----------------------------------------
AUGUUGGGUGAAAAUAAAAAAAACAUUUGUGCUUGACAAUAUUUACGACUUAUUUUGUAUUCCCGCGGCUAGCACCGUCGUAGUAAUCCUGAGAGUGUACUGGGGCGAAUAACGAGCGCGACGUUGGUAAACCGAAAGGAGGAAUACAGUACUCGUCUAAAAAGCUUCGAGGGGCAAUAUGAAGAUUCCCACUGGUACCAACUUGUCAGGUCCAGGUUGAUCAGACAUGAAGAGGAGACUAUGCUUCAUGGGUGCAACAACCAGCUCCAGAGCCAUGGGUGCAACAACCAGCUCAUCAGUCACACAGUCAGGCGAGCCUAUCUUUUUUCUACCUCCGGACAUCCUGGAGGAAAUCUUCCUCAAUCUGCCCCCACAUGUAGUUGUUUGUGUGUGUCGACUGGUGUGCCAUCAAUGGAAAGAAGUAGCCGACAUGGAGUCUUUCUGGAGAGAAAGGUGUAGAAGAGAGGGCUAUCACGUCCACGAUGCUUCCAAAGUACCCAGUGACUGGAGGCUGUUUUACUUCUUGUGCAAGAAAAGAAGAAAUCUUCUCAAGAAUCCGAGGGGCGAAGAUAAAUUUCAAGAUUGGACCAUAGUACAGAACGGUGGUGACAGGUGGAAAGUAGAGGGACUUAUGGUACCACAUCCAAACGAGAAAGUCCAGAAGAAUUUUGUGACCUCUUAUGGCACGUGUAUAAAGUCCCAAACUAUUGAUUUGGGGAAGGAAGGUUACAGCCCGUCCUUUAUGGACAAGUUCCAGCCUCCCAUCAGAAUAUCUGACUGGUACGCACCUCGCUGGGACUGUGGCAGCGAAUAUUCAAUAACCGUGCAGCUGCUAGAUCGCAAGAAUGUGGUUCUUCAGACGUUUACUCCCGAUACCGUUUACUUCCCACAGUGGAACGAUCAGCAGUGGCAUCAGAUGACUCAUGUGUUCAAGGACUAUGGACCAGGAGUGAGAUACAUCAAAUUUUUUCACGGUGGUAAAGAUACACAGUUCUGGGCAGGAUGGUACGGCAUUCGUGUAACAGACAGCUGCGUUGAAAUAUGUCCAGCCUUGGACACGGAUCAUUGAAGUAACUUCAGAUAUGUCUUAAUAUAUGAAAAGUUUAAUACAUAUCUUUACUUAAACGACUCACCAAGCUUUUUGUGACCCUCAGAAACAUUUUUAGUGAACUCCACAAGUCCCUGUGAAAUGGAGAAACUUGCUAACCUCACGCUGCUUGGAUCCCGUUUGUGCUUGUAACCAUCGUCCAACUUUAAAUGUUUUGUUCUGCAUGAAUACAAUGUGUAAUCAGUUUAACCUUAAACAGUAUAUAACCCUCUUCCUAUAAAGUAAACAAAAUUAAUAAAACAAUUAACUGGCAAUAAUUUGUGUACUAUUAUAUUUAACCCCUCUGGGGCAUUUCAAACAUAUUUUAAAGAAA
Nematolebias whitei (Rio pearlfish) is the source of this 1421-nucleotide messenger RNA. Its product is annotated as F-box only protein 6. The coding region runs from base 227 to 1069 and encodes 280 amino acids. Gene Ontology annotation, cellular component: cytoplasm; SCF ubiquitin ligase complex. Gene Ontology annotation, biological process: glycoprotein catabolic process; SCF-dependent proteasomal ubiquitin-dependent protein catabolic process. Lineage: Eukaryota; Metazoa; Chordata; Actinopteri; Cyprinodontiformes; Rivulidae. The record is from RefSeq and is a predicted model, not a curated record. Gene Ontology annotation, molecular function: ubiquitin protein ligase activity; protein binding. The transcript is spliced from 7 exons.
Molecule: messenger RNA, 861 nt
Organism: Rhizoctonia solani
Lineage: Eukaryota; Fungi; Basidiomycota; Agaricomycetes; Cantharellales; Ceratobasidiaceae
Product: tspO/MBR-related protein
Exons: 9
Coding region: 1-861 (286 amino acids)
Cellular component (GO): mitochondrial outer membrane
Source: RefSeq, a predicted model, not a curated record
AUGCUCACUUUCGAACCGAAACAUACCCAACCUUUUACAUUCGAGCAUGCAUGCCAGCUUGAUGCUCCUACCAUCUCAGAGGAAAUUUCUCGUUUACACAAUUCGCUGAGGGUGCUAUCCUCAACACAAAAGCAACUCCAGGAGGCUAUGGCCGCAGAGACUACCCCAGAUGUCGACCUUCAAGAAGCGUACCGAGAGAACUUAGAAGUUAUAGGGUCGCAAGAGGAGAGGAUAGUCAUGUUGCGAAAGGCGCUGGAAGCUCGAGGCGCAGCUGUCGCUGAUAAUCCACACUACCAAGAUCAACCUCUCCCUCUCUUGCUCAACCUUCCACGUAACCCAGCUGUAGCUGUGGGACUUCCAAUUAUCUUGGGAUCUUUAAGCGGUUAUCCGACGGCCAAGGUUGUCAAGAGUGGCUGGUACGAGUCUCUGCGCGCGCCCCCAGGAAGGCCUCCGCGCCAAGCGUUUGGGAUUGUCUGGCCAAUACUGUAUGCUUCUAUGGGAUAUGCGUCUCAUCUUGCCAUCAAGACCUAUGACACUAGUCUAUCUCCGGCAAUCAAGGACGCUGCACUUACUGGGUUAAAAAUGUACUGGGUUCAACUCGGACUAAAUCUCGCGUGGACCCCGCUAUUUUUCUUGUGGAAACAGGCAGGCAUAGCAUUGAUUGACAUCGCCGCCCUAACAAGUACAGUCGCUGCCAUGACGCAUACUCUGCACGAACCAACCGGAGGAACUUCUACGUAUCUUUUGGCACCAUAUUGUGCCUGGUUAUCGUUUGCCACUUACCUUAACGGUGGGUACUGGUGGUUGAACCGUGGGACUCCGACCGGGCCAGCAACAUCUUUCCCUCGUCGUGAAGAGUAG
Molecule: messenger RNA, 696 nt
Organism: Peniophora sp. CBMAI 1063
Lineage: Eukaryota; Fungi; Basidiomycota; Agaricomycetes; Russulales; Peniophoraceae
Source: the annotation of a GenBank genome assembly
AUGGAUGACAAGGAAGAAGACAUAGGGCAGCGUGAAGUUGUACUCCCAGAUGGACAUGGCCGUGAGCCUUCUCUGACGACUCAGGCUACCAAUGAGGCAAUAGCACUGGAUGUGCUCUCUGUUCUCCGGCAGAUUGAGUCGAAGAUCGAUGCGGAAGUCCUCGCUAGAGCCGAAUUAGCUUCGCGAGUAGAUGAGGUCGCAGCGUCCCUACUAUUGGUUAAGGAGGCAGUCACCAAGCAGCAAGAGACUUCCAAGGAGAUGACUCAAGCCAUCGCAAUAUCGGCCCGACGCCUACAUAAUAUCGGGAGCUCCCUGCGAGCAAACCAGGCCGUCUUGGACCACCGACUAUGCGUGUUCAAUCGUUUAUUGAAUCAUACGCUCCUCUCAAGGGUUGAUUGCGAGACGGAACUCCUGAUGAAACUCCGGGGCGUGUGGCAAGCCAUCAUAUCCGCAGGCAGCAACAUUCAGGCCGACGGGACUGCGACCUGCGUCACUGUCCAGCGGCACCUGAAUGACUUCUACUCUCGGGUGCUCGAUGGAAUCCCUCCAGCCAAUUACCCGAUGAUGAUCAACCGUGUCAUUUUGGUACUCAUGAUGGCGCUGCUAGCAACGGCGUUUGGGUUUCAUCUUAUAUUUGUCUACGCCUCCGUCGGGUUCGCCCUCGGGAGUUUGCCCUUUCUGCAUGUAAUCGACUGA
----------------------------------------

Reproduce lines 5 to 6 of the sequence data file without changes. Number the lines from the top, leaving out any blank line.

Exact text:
Lineage: Eukaryota; Fungi; Basidiomycota; Agaricomycetes; Cantharellales; Ceratobasidiaceae
Product: tspO/MBR-related protein